The trusted source for
healthcare information and
CDC Preparing Fact Sheet on ART, Risk of Transmission
Assessing the science as clinical trials continue
Editor Melinda Young, Managing Editor Gary Evans, and Associate Publisher Coles McKagen report no financial relationships with companies related to this field of study. Physician Reviewer Morris Harper, MD, reports consulting work with Agouron Pharmaceuticals, Gilead Sciences, Abbott Pharmaceuticals, GlaxoSmithKline, and Bristol-Myers Squibb. Nurse Planner Kay Ball is a consultant and stockholder with Steris Corp. and is on the speaker's bureau for the Association of periOperative Registered Nurses.
This article originally appeared in the March 2009 issue of AIDS Alert.
The Centers for Disease Control and Prevention is planning to issue a fact sheet on what is currently known about Antiretroviral Therapy (ART) and sexual transmission in the first quarter of this year, the agency announced. The CDC will also submit a scientific statement for publication in a peer-reviewed scientific journal. In the interim, CDC has reiterated its recommendation that people living with HIV who are sexually active use condoms consistently and correctly with all sex partners.
Observational studies to date have shown that ART is associated with a decreased risk of transmission to sex partners. A clinical trial to directly address this question is ongoing. The CDC sponsored a meeting in Atlanta on October 23-24, 2008, entitled, "CDC Expert Consultation on the Effect of ART on Risk of Sexual Transmission of HIV Infection and Superinfection." Approximately 50 HIV experts attended, including laboratory scientists, clinicians, social and behavioral scientists, and public health personnel from CDC and other federal agencies, state and local health departments, universities, advocacy groups, and international organizations. Participants reviewed available data and discussed implications for treatment and prevention programs and for future research.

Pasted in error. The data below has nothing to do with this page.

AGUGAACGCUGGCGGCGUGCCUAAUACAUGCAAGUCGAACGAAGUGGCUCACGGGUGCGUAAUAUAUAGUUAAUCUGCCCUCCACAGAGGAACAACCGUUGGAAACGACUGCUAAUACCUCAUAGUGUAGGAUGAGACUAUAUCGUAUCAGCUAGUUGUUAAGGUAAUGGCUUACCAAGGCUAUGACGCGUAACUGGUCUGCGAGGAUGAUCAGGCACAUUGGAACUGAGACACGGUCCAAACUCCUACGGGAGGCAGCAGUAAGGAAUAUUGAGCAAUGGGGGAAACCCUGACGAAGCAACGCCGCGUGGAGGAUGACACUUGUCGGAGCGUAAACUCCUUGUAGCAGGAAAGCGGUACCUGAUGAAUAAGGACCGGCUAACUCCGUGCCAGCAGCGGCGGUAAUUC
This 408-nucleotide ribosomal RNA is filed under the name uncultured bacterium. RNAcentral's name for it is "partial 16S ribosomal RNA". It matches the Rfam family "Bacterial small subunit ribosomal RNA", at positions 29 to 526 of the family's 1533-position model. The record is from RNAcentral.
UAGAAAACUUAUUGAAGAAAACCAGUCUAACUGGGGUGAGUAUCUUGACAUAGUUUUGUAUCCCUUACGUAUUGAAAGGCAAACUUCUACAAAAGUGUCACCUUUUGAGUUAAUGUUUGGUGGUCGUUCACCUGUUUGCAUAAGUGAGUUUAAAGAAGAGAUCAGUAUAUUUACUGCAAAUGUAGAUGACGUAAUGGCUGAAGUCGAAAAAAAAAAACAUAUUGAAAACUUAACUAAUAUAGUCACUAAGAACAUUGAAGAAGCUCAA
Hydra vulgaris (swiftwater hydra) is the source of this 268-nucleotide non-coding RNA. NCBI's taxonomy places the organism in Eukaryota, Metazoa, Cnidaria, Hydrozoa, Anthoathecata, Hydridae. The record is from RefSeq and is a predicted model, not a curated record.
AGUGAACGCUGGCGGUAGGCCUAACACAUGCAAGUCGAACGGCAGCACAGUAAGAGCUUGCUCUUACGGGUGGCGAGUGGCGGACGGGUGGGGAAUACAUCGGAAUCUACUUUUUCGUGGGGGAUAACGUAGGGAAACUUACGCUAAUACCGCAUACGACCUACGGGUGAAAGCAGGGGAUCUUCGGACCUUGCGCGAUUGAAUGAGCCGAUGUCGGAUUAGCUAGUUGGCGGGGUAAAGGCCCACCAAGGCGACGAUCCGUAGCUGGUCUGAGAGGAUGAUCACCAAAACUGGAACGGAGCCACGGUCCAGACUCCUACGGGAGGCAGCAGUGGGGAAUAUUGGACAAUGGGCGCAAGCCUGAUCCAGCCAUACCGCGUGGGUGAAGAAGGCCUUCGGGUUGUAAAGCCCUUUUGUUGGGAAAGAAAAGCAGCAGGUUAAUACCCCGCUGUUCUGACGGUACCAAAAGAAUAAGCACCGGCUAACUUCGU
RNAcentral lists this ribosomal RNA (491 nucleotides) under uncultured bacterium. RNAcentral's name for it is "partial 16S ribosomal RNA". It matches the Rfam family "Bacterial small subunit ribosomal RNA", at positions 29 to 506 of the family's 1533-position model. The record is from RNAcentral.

"The consultation highlighted the contribution of ART to prevention of HIV transmission, and the potential to increase the prevention benefit by expanding HIV testing, ensuring linkage to and availability of treatment services, and, possibly, making treatment available to infected individuals with CD4 counts > 350/mm3," the CDC reported. "However, additional laboratory, clinical, epidemiologic, mathematical modeling, and behavioral research, along with health care financing and policy discussions, are needed to inform specific guidance on these issues."
The presentations and discussions indicated that there is evidence that the infectiousness of HIV-infected persons is related to their blood viral load, which is correlated with genital viral shedding. ART can be expected to reduce HIV concentrations in the blood and seminal plasma, female genital tract secretions, and rectal secretions. While some studies have shown successful long-term suppression of genital HIV shedding with ART, in other studies episodes of genital HIV shedding have been observed despite ongoing ART. There is also significant variation in the penetration of antiretroviral drugs from the blood into the genital tract.